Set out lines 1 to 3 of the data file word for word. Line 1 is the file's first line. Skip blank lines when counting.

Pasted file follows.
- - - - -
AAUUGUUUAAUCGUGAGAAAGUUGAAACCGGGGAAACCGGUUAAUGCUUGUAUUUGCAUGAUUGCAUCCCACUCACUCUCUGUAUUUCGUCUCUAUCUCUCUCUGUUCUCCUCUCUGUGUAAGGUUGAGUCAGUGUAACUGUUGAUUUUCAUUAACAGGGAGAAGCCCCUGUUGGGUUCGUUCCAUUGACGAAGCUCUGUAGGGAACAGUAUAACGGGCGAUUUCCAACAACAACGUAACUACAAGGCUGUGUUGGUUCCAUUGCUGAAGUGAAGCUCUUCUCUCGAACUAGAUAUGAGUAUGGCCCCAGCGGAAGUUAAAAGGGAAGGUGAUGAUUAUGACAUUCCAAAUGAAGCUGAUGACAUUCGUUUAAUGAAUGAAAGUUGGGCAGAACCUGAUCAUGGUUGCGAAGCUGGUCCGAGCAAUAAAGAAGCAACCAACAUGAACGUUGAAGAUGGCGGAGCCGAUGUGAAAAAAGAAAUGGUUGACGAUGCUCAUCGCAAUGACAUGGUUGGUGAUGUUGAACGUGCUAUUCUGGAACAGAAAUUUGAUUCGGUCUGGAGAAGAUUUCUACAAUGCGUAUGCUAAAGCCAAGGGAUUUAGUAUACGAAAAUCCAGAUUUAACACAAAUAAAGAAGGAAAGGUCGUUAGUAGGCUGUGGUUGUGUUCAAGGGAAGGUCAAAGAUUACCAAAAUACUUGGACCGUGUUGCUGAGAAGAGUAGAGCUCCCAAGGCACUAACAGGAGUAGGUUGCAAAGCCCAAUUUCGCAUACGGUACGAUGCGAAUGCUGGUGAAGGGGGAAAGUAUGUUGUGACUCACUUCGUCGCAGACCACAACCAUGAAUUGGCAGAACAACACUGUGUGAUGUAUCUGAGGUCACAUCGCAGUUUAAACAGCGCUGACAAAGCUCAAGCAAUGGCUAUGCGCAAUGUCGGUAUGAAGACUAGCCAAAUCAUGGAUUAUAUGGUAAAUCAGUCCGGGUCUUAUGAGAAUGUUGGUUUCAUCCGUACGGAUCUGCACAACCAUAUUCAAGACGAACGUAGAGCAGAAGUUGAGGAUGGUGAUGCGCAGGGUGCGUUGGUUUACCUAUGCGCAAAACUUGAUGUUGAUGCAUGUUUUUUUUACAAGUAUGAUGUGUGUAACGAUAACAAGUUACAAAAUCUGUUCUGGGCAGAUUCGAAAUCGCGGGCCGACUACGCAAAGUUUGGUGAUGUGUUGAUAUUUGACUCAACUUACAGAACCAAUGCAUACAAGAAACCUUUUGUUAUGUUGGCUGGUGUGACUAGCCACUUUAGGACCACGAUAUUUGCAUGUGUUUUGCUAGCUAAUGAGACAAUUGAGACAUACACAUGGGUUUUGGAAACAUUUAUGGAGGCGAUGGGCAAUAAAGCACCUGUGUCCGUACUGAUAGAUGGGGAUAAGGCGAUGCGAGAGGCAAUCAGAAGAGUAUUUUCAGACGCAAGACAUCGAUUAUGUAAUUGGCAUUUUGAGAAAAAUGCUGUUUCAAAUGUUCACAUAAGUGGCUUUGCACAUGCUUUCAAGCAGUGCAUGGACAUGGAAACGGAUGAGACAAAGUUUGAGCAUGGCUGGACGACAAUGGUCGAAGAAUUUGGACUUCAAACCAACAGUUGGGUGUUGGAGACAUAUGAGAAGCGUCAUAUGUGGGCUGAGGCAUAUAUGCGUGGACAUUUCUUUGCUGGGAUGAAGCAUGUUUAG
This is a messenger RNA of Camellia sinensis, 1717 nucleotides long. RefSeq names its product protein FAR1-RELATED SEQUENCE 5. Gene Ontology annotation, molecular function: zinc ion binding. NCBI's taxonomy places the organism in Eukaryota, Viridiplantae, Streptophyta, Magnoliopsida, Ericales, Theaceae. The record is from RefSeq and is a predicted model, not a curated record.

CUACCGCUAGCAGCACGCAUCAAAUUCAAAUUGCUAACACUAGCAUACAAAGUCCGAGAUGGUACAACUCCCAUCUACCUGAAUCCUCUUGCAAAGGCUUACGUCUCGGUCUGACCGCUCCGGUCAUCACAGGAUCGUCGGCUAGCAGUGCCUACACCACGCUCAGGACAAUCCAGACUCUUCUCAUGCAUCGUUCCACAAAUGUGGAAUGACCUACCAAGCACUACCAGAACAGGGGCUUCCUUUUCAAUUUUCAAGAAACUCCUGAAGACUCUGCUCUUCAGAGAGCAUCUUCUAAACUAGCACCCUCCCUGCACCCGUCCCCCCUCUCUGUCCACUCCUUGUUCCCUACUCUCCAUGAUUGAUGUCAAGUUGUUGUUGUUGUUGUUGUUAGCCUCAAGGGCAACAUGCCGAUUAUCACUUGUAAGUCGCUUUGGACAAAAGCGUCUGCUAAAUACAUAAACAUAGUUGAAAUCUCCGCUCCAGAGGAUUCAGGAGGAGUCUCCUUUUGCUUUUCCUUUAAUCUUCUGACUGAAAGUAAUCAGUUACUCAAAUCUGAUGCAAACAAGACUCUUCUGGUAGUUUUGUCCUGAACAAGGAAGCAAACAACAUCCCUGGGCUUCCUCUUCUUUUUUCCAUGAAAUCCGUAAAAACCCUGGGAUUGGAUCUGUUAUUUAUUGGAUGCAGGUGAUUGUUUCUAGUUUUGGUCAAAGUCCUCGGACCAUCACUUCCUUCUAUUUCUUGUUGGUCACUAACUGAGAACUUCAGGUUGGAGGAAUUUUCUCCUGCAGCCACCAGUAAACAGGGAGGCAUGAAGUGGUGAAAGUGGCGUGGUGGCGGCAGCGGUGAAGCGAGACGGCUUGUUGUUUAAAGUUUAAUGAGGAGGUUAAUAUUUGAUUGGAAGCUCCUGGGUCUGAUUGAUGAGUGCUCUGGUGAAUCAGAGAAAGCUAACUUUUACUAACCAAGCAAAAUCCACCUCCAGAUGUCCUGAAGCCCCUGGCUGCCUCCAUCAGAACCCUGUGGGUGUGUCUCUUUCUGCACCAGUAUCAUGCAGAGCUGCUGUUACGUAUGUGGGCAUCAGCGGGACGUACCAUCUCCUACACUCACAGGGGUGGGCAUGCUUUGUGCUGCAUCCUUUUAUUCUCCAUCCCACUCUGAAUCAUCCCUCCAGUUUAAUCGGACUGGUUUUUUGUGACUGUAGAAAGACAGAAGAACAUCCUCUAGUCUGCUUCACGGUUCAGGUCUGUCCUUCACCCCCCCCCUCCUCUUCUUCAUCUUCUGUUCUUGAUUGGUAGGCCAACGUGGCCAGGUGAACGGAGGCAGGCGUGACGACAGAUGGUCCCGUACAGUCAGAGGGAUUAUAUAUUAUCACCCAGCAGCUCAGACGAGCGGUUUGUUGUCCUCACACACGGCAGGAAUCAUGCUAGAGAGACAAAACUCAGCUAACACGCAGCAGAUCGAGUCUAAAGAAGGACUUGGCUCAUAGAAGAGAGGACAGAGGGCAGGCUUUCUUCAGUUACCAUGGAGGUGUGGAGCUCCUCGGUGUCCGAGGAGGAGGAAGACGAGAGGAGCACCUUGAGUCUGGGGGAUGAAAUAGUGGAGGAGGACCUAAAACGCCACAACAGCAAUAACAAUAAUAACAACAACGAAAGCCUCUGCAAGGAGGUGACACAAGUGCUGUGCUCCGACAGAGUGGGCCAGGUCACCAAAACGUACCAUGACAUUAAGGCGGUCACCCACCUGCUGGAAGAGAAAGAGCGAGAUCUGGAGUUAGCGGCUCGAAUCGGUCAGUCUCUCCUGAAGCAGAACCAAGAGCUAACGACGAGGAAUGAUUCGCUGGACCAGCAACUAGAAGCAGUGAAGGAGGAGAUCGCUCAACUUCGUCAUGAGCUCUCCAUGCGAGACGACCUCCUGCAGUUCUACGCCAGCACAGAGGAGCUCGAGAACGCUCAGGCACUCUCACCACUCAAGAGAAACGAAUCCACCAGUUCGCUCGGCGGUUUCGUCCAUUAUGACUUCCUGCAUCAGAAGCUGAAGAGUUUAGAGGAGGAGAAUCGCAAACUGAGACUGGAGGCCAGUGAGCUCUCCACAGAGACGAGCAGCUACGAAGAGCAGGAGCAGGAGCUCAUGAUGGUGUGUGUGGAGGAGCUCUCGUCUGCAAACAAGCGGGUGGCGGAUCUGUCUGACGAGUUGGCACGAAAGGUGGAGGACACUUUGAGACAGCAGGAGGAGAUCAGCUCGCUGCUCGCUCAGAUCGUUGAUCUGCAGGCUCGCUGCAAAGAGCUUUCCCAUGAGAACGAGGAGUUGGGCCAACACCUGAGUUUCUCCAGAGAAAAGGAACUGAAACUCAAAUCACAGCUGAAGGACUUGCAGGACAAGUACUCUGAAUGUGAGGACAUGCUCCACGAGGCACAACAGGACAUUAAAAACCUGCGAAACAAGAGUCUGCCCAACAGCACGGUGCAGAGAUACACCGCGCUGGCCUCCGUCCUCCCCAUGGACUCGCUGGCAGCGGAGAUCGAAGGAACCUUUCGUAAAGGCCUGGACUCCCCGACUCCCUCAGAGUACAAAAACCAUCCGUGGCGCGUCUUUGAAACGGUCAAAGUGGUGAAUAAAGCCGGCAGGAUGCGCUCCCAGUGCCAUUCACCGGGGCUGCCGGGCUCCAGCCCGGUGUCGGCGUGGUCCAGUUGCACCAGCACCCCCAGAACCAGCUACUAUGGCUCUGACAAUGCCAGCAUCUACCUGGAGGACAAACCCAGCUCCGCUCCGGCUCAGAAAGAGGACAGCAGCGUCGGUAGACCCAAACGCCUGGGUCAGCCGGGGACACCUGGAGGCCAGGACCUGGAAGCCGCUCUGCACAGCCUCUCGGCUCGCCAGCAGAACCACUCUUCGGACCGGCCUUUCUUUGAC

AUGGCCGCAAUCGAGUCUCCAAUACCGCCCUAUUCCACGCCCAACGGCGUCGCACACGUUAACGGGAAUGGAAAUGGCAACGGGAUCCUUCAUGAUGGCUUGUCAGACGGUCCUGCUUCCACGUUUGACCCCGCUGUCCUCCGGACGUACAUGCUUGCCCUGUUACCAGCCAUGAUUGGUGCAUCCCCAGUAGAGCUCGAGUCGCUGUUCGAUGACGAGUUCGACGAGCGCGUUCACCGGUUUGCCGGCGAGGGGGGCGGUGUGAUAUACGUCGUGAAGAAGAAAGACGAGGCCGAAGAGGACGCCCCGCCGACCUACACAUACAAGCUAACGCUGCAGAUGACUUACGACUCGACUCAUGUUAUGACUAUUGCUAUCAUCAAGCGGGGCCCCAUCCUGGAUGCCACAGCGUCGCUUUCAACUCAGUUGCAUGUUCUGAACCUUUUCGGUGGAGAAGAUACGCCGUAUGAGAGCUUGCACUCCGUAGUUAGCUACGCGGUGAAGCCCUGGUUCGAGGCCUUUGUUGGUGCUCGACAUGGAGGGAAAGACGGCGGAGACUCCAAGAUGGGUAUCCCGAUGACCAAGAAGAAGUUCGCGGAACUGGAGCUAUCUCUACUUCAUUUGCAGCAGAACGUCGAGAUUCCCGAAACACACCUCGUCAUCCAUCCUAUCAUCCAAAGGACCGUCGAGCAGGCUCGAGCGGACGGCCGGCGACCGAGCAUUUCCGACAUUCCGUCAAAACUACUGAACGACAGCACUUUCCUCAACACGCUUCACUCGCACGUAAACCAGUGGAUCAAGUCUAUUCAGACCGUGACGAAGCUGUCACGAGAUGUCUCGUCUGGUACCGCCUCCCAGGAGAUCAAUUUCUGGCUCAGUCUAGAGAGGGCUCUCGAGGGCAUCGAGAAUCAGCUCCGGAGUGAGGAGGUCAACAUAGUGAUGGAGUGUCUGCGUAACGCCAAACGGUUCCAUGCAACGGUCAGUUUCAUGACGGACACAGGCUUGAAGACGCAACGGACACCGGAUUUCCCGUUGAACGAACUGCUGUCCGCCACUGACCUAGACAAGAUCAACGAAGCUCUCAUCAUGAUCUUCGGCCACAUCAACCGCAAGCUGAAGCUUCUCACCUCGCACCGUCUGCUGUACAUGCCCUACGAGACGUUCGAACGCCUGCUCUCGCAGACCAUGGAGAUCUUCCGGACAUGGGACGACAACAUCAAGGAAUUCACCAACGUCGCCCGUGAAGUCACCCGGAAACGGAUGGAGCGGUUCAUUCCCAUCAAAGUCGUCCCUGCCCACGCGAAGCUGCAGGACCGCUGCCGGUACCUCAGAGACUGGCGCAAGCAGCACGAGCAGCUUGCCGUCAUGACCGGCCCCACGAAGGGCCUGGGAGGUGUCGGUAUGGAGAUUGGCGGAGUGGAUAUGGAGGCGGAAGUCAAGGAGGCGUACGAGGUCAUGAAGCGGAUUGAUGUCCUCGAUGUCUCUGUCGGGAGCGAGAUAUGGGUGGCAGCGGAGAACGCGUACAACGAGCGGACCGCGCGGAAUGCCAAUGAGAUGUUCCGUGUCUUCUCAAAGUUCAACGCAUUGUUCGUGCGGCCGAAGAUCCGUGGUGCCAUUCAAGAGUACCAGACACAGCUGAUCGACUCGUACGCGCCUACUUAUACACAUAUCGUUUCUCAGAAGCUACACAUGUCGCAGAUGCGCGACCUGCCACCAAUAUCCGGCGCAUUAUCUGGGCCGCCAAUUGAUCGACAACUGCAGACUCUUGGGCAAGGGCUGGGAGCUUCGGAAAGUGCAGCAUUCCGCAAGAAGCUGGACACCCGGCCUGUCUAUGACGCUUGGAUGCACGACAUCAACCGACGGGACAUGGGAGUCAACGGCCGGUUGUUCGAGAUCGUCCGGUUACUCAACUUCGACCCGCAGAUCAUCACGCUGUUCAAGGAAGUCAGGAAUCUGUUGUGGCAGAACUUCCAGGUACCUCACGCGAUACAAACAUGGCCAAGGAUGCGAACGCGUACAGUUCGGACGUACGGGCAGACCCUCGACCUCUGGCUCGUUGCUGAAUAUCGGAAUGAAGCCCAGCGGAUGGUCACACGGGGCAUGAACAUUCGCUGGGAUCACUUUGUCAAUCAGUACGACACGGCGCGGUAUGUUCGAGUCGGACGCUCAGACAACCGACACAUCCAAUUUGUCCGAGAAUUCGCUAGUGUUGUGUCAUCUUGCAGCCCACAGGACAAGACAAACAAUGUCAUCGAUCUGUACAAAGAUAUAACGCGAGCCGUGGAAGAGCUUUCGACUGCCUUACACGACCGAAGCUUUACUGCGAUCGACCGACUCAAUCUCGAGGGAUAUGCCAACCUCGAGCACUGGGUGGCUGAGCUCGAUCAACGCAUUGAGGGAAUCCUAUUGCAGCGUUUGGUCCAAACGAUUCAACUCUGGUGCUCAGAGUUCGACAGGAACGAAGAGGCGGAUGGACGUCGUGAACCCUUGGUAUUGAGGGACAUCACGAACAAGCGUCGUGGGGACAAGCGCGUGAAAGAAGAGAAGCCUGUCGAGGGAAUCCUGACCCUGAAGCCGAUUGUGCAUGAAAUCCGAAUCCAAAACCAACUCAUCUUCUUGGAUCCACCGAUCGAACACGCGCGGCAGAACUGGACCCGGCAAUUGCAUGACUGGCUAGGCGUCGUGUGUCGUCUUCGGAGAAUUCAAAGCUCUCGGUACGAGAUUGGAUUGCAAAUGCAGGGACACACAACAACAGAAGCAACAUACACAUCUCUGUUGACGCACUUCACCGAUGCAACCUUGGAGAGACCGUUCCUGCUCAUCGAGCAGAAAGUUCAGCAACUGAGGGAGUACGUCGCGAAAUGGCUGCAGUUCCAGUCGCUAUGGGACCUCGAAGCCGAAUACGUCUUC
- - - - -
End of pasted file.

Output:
AAUUGUUUAAUCGUGAGAAAGUUGAAACCGGGGAAACCGGUUAAUGCUUGUAUUUGCAUGAUUGCAUCCCACUCACUCUCUGUAUUUCGUCUCUAUCUCUCUCUGUUCUCCUCUCUGUGUAAGGUUGAGUCAGUGUAACUGUUGAUUUUCAUUAACAGGGAGAAGCCCCUGUUGGGUUCGUUCCAUUGACGAAGCUCUGUAGGGAACAGUAUAACGGGCGAUUUCCAACAACAACGUAACUACAAGGCUGUGUUGGUUCCAUUGCUGAAGUGAAGCUCUUCUCUCGAACUAGAUAUGAGUAUGGCCCCAGCGGAAGUUAAAAGGGAAGGUGAUGAUUAUGACAUUCCAAAUGAAGCUGAUGACAUUCGUUUAAUGAAUGAAAGUUGGGCAGAACCUGAUCAUGGUUGCGAAGCUGGUCCGAGCAAUAAAGAAGCAACCAACAUGAACGUUGAAGAUGGCGGAGCCGAUGUGAAAAAAGAAAUGGUUGACGAUGCUCAUCGCAAUGACAUGGUUGGUGAUGUUGAACGUGCUAUUCUGGAACAGAAAUUUGAUUCGGUCUGGAGAAGAUUUCUACAAUGCGUAUGCUAAAGCCAAGGGAUUUAGUAUACGAAAAUCCAGAUUUAACACAAAUAAAGAAGGAAAGGUCGUUAGUAGGCUGUGGUUGUGUUCAAGGGAAGGUCAAAGAUUACCAAAAUACUUGGACCGUGUUGCUGAGAAGAGUAGAGCUCCCAAGGCACUAACAGGAGUAGGUUGCAAAGCCCAAUUUCGCAUACGGUACGAUGCGAAUGCUGGUGAAGGGGGAAAGUAUGUUGUGACUCACUUCGUCGCAGACCACAACCAUGAAUUGGCAGAACAACACUGUGUGAUGUAUCUGAGGUCACAUCGCAGUUUAAACAGCGCUGACAAAGCUCAAGCAAUGGCUAUGCGCAAUGUCGGUAUGAAGACUAGCCAAAUCAUGGAUUAUAUGGUAAAUCAGUCCGGGUCUUAUGAGAAUGUUGGUUUCAUCCGUACGGAUCUGCACAACCAUAUUCAAGACGAACGUAGAGCAGAAGUUGAGGAUGGUGAUGCGCAGGGUGCGUUGGUUUACCUAUGCGCAAAACUUGAUGUUGAUGCAUGUUUUUUUUACAAGUAUGAUGUGUGUAACGAUAACAAGUUACAAAAUCUGUUCUGGGCAGAUUCGAAAUCGCGGGCCGACUACGCAAAGUUUGGUGAUGUGUUGAUAUUUGACUCAACUUACAGAACCAAUGCAUACAAGAAACCUUUUGUUAUGUUGGCUGGUGUGACUAGCCACUUUAGGACCACGAUAUUUGCAUGUGUUUUGCUAGCUAAUGAGACAAUUGAGACAUACACAUGGGUUUUGGAAACAUUUAUGGAGGCGAUGGGCAAUAAAGCACCUGUGUCCGUACUGAUAGAUGGGGAUAAGGCGAUGCGAGAGGCAAUCAGAAGAGUAUUUUCAGACGCAAGACAUCGAUUAUGUAAUUGGCAUUUUGAGAAAAAUGCUGUUUCAAAUGUUCACAUAAGUGGCUUUGCACAUGCUUUCAAGCAGUGCAUGGACAUGGAAACGGAUGAGACAAAGUUUGAGCAUGGCUGGACGACAAUGGUCGAAGAAUUUGGACUUCAAACCAACAGUUGGGUGUUGGAGACAUAUGAGAAGCGUCAUAUGUGGGCUGAGGCAUAUAUGCGUGGACAUUUCUUUGCUGGGAUGAAGCAUGUUUAG
This is a messenger RNA of Camellia sinensis, 1717 nucleotides long. RefSeq names its product protein FAR1-RELATED SEQUENCE 5. Gene Ontology annotation, molecular function: zinc ion binding. NCBI's taxonomy places the organism in Eukaryota, Viridiplantae, Streptophyta, Magnoliopsida, Ericales, Theaceae. The record is from RefSeq and is a predicted model, not a curated record.

CUACCGCUAGCAGCACGCAUCAAAUUCAAAUUGCUAACACUAGCAUACAAAGUCCGAGAUGGUACAACUCCCAUCUACCUGAAUCCUCUUGCAAAGGCUUACGUCUCGGUCUGACCGCUCCGGUCAUCACAGGAUCGUCGGCUAGCAGUGCCUACACCACGCUCAGGACAAUCCAGACUCUUCUCAUGCAUCGUUCCACAAAUGUGGAAUGACCUACCAAGCACUACCAGAACAGGGGCUUCCUUUUCAAUUUUCAAGAAACUCCUGAAGACUCUGCUCUUCAGAGAGCAUCUUCUAAACUAGCACCCUCCCUGCACCCGUCCCCCCUCUCUGUCCACUCCUUGUUCCCUACUCUCCAUGAUUGAUGUCAAGUUGUUGUUGUUGUUGUUGUUAGCCUCAAGGGCAACAUGCCGAUUAUCACUUGUAAGUCGCUUUGGACAAAAGCGUCUGCUAAAUACAUAAACAUAGUUGAAAUCUCCGCUCCAGAGGAUUCAGGAGGAGUCUCCUUUUGCUUUUCCUUUAAUCUUCUGACUGAAAGUAAUCAGUUACUCAAAUCUGAUGCAAACAAGACUCUUCUGGUAGUUUUGUCCUGAACAAGGAAGCAAACAACAUCCCUGGGCUUCCUCUUCUUUUUUCCAUGAAAUCCGUAAAAACCCUGGGAUUGGAUCUGUUAUUUAUUGGAUGCAGGUGAUUGUUUCUAGUUUUGGUCAAAGUCCUCGGACCAUCACUUCCUUCUAUUUCUUGUUGGUCACUAACUGAGAACUUCAGGUUGGAGGAAUUUUCUCCUGCAGCCACCAGUAAACAGGGAGGCAUGAAGUGGUGAAAGUGGCGUGGUGGCGGCAGCGGUGAAGCGAGACGGCUUGUUGUUUAAAGUUUAAUGAGGAGGUUAAUAUUUGAUUGGAAGCUCCUGGGUCUGAUUGAUGAGUGCUCUGGUGAAUCAGAGAAAGCUAACUUUUACUAACCAAGCAAAAUCCACCUCCAGAUGUCCUGAAGCCCCUGGCUGCCUCCAUCAGAACCCUGUGGGUGUGUCUCUUUCUGCACCAGUAUCAUGCAGAGCUGCUGUUACGUAUGUGGGCAUCAGCGGGACGUACCAUCUCCUACACUCACAGGGGUGGGCAUGCUUUGUGCUGCAUCCUUUUAUUCUCCAUCCCACUCUGAAUCAUCCCUCCAGUUUAAUCGGACUGGUUUUUUGUGACUGUAGAAAGACAGAAGAACAUCCUCUAGUCUGCUUCACGGUUCAGGUCUGUCCUUCACCCCCCCCCUCCUCUUCUUCAUCUUCUGUUCUUGAUUGGUAGGCCAACGUGGCCAGGUGAACGGAGGCAGGCGUGACGACAGAUGGUCCCGUACAGUCAGAGGGAUUAUAUAUUAUCACCCAGCAGCUCAGACGAGCGGUUUGUUGUCCUCACACACGGCAGGAAUCAUGCUAGAGAGACAAAACUCAGCUAACACGCAGCAGAUCGAGUCUAAAGAAGGACUUGGCUCAUAGAAGAGAGGACAGAGGGCAGGCUUUCUUCAGUUACCAUGGAGGUGUGGAGCUCCUCGGUGUCCGAGGAGGAGGAAGACGAGAGGAGCACCUUGAGUCUGGGGGAUGAAAUAGUGGAGGAGGACCUAAAACGCCACAACAGCAAUAACAAUAAUAACAACAACGAAAGCCUCUGCAAGGAGGUGACACAAGUGCUGUGCUCCGACAGAGUGGGCCAGGUCACCAAAACGUACCAUGACAUUAAGGCGGUCACCCACCUGCUGGAAGAGAAAGAGCGAGAUCUGGAGUUAGCGGCUCGAAUCGGUCAGUCUCUCCUGAAGCAGAACCAAGAGCUAACGACGAGGAAUGAUUCGCUGGACCAGCAACUAGAAGCAGUGAAGGAGGAGAUCGCUCAACUUCGUCAUGAGCUCUCCAUGCGAGACGACCUCCUGCAGUUCUACGCCAGCACAGAGGAGCUCGAGAACGCUCAGGCACUCUCACCACUCAAGAGAAACGAAUCCACCAGUUCGCUCGGCGGUUUCGUCCAUUAUGACUUCCUGCAUCAGAAGCUGAAGAGUUUAGAGGAGGAGAAUCGCAAACUGAGACUGGAGGCCAGUGAGCUCUCCACAGAGACGAGCAGCUACGAAGAGCAGGAGCAGGAGCUCAUGAUGGUGUGUGUGGAGGAGCUCUCGUCUGCAAACAAGCGGGUGGCGGAUCUGUCUGACGAGUUGGCACGAAAGGUGGAGGACACUUUGAGACAGCAGGAGGAGAUCAGCUCGCUGCUCGCUCAGAUCGUUGAUCUGCAGGCUCGCUGCAAAGAGCUUUCCCAUGAGAACGAGGAGUUGGGCCAACACCUGAGUUUCUCCAGAGAAAAGGAACUGAAACUCAAAUCACAGCUGAAGGACUUGCAGGACAAGUACUCUGAAUGUGAGGACAUGCUCCACGAGGCACAACAGGACAUUAAAAACCUGCGAAACAAGAGUCUGCCCAACAGCACGGUGCAGAGAUACACCGCGCUGGCCUCCGUCCUCCCCAUGGACUCGCUGGCAGCGGAGAUCGAAGGAACCUUUCGUAAAGGCCUGGACUCCCCGACUCCCUCAGAGUACAAAAACCAUCCGUGGCGCGUCUUUGAAACGGUCAAAGUGGUGAAUAAAGCCGGCAGGAUGCGCUCCCAGUGCCAUUCACCGGGGCUGCCGGGCUCCAGCCCGGUGUCGGCGUGGUCCAGUUGCACCAGCACCCCCAGAACCAGCUACUAUGGCUCUGACAAUGCCAGCAUCUACCUGGAGGACAAACCCAGCUCCGCUCCGGCUCAGAAAGAGGACAGCAGCGUCGGUAGACCCAAACGCCUGGGUCAGCCGGGGACACCUGGAGGCCAGGACCUGGAAGCCGCUCUGCACAGCCUCUCGGCUCGCCAGCAGAACCACUCUUCGGACCGGCCUUUCUUUGAC